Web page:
The View from Shepherd's Knoll ...

Connections: Chasm Bridges

From: PSCF 53 (June 2001): 71

As a bridge spans a chasm and joins two isolated regions, so connections bring unity to fragmented knowledge. Our cerebral cortexes contain large association areas that are functionally wired to connect isolated bits of sensory inputs. These connections allow purposeful response to our environment. For example, seeing a coiled timber rattlesnake beside one's path in the woods and simultaneously hearing her distinctive warning rattle elicit an acute avoidance response from an appropriately programmed and connected brain.

As our seven- and nine-year-old daughters mature, they consistently illustrate the power of connection. Adopted three years ago from Ukraine, they were challenged to adapt to a new culture, to learn English, to experience Christian family living, and to rediscover bonding as a basis of security. Experiencing connections became the means of growth. Associating strange-sounding English words with familiar objects formed the early steps in learning a new language. Experiencing consistently unavoidable consequences that followed both wise and unwise choices connected the principle of "sowing and reaping" with personal responsibility. Posing insightful childish questions that attempted to connect new information with the familiar provided the basis for making sense of their new world.

As scientists much of our academic training was based on a narrow discipline perspective. Reductionism within scientific disciplines has proved to be a fruitful scientific paradigm in the modern era by stimulating the rapid advance of scientific knowledge and technology. Yet, we have also experienced nature's coherent continuity. During the past few decades, significant scientific advancements have emerged from transdisciplinary approaches and have created new fields such as physiological psychology, molecular biology, and environmental science. In our own scientific society, we have gone further to connect our faith perspective to our work in science. Working from a Christian faith perspective, we understand that design, unity, and rational order in the cosmos reflect the activity of a creating God. To study nature without considering the Creator is to fragment knowledge.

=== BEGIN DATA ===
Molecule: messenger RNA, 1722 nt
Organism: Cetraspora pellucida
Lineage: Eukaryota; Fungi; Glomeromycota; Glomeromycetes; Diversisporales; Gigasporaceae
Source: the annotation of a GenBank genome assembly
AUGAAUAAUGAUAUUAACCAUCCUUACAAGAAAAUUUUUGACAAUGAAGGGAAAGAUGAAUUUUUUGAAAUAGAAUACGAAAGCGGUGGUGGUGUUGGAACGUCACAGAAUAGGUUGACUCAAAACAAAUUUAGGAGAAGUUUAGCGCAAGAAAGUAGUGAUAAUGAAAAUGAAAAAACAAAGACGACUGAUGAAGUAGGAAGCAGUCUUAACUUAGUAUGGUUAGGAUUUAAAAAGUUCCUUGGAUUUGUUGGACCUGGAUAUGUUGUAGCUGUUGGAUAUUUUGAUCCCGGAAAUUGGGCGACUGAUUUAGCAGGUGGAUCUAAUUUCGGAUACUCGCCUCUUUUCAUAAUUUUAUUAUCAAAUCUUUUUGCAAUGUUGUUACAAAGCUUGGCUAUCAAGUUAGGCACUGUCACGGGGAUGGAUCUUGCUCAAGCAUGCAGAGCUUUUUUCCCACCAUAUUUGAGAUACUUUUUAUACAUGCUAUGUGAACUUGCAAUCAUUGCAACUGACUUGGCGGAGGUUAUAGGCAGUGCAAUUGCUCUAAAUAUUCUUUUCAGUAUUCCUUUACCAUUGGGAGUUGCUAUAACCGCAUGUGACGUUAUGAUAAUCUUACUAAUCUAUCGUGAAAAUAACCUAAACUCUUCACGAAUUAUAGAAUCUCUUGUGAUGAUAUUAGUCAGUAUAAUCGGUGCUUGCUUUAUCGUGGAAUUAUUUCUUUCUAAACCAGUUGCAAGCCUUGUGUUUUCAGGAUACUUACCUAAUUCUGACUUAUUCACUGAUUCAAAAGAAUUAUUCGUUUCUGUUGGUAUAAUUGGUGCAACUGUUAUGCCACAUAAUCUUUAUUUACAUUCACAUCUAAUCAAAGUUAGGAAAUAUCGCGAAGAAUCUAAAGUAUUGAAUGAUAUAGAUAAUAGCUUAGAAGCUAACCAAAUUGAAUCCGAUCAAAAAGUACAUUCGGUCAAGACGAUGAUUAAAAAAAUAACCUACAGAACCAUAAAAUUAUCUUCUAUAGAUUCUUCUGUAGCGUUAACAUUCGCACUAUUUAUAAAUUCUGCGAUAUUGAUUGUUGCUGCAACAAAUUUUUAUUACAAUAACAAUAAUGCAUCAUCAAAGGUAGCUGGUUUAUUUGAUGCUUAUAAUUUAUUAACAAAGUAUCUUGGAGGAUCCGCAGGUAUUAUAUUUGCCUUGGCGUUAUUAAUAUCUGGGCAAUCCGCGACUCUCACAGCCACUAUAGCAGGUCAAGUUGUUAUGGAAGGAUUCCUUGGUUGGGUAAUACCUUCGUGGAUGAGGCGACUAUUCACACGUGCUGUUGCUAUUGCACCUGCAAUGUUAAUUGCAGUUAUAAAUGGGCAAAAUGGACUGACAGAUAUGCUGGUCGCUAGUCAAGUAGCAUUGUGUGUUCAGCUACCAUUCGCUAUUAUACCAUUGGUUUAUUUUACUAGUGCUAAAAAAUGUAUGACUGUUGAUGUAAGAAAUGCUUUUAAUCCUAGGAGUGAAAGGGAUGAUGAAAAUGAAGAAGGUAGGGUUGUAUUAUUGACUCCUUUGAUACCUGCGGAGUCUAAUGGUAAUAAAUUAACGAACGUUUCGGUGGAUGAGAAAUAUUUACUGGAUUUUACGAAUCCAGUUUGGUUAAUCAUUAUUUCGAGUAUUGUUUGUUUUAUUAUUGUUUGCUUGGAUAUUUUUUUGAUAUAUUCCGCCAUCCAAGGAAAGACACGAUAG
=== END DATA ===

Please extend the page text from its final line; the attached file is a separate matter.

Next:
In this "Connections" thematic issue, four writers advance bridging concepts that illustrate the interconnectivity of reality. David Glanzer describes a concept of mind that links biological brains within a community of persons and joins the immanent flow of spirit. Donald Calbreath emphasizes a human behavior that is more than deterministic biochemical function and is consequently accountable for actions. To bridge quantum mechanics and metaphysics, Hyung Choi suggests replacing material and supernatural distinctives in science with new paradigms that involve knowledge of the unseen. Finally, William Struthers explores consciousness, not only as the mind/brain/soul link, but as rooted in relationship, thereby connecting consciousness with others, with the environment, and with God.

Jocund Reading,

Roman J. Miller, Editor